Scaglietti et al.  first reported the use of intralesional methylprednisolone injection for eosinophilic granuloma, with excellent results, and recommended the injection of methyl-prednisolone as the treatment of choice. Subsequently, similar clinical and radiographic results have been described in case reports and small series of patients with solitary and polyostotic lesions involving craniofacial and long bones [27, 33, 56–58]. The benefit of intralesional methylprednisolone injection compared with other methods is that it promotes early relief of pain and predictable osseous healing [31, 34]. The results of treatment, either as an adjunct or as primary treatment have been comparable to other treatments [26, 31–33, 40]. Others reported that intralesional methylprednisolone injection adds little in children [33, 39]. However, in patients with symptomatic lesions, treatment is required. In view of the usually benign clinical course of the disease, in these patients a simple, minimally invasive, outpatient treatment with a low rate of complications such as CT-guided intralesional methylprednisolone injection may be considered the treatment of choice [36–38].
Complications such as femoral osteomyelitis  and obstructive hydrocephalus have been reported after methylprednisolone injections for eosinophilic granulomas . However, in general, the morbidity associated with the procedure has been negligible, even when relatively inaccessible regions of the spine or pelvis are involved . The ability of the involved bone to reconstitute after methylprednisolone injection is believed to be due to the fact that the disease affects children before skeletal maturity so that the pubertal growth spurt provides sufficient time for adequate remodeling by the active growth plates that are spared by the disease process [5, 34]. Some lesions may fail to respond or are unsuitable for treatment by injection because of their site, impending fracture, or soft-tissue invasion . Furthermore, it seems that incomplete vertebral remodeling usually does not lead to chronic pain or compromise structural integrity [5, 24, 59, 60].
Authors’ commentary and conclusion
This review summarizes current concepts in the diagnosis and management of patients with eosinophilic granuloma, with emphasis on the role of intralesional methylprednisolone injection for the successful cure of patients with symptomatic lesions. In the past, we planned for observation alone for patients with imaging evidence of eosinophilic granuloma, and curettage for the most painful lesions. It was our initial belief that percutaneous techniques do not provide adequate tissue for definitive diagnosis for mesenchymal tumors [61–63]. This belief was based on the agreement among pathologists that mesenchymal tumors are among the most difficult of pathologies to accurately diagnose. We then realized that patients, especially children with symptomatic bone lesions, should not be left alone for the disease to take its natural course without a histological diagnosis. Over the past 15 years, we have been able to refine the procedures for needle or trocar and frozen sections biopsy to assess the adequacy of the biopsy specimen. Nowadays, we believe that histological diagnosis is necessary for all bone lesions, and recommend that biopsy should not be considered as a strategy for treatment of eosinophilic granuloma but rather as a step to confirm diagnosis. By using CT-guided intralesional methylprednisolone injection, frozen sections histological diagnosis can be obtained in all patients. After biopsy, intralesional injection of methylprednisolone is considered beneficial [31–33], or at least not harmful. In our practice, tissue procurement and frozen sections biopsy are usually diagnostic in all patients with suspected eosinophilic granuloma. Even if the definite histological diagnosis is different, intralesional methylprednisolone injection would not have resulted in any adverse effect, but rather it would have decreased intralesional edema and provided pain relief. Our long-term results, (mean follow up, 9 years; range, 4–23 years) support biopsy and intralesional methylprednisolone injection as a safe treatment for eosinophilic granulomas of bone with complete resolution of pain and imaging reconstitution of the lesions.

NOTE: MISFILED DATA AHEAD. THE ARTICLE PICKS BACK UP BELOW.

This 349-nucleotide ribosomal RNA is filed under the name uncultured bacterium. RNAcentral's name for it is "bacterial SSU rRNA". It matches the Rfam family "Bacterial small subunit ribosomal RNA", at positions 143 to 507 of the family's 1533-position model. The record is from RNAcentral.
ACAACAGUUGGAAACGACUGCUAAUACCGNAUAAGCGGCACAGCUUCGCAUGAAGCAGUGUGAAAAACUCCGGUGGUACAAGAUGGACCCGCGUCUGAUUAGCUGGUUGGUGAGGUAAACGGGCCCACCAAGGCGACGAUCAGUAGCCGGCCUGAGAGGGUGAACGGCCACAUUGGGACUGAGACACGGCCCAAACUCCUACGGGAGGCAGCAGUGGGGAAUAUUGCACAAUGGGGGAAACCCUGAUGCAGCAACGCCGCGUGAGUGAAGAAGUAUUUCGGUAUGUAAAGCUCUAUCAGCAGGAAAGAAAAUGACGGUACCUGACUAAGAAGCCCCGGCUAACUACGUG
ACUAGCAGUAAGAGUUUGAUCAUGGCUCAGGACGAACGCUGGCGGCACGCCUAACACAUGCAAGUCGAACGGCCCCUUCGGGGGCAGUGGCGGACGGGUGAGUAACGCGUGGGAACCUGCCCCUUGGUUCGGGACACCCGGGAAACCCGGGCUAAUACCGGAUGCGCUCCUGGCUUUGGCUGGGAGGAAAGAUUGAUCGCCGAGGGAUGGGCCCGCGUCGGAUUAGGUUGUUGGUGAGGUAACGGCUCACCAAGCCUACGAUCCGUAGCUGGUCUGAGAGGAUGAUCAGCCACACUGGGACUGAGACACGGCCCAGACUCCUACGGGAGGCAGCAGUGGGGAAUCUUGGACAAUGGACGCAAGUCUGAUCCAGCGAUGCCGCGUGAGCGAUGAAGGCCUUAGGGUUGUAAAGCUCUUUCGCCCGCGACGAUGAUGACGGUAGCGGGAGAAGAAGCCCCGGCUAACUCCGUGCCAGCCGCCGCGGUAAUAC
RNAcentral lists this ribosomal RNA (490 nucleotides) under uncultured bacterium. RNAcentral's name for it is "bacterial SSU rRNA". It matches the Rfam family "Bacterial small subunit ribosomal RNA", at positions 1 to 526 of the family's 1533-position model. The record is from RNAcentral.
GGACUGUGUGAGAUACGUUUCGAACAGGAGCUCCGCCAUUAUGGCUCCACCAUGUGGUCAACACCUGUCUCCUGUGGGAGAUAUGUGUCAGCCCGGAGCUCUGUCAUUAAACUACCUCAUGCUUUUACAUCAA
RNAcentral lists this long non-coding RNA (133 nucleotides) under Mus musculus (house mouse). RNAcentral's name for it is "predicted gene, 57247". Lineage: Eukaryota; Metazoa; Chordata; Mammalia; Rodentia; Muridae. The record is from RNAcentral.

Compliance with ethical standards
Conflict of interest
The authors declare that they have no conflict of interest. The authors did not receive any outside funding or grants in support of their research for or preparation of this work. No commercial entity paid or directed, or agreed to pay or direct, any benefits to any research fund, foundation, division, center, clinical practice, or other charitable or non-profit organization with which the authors, or a member of their immediate families, are affiliated or associated.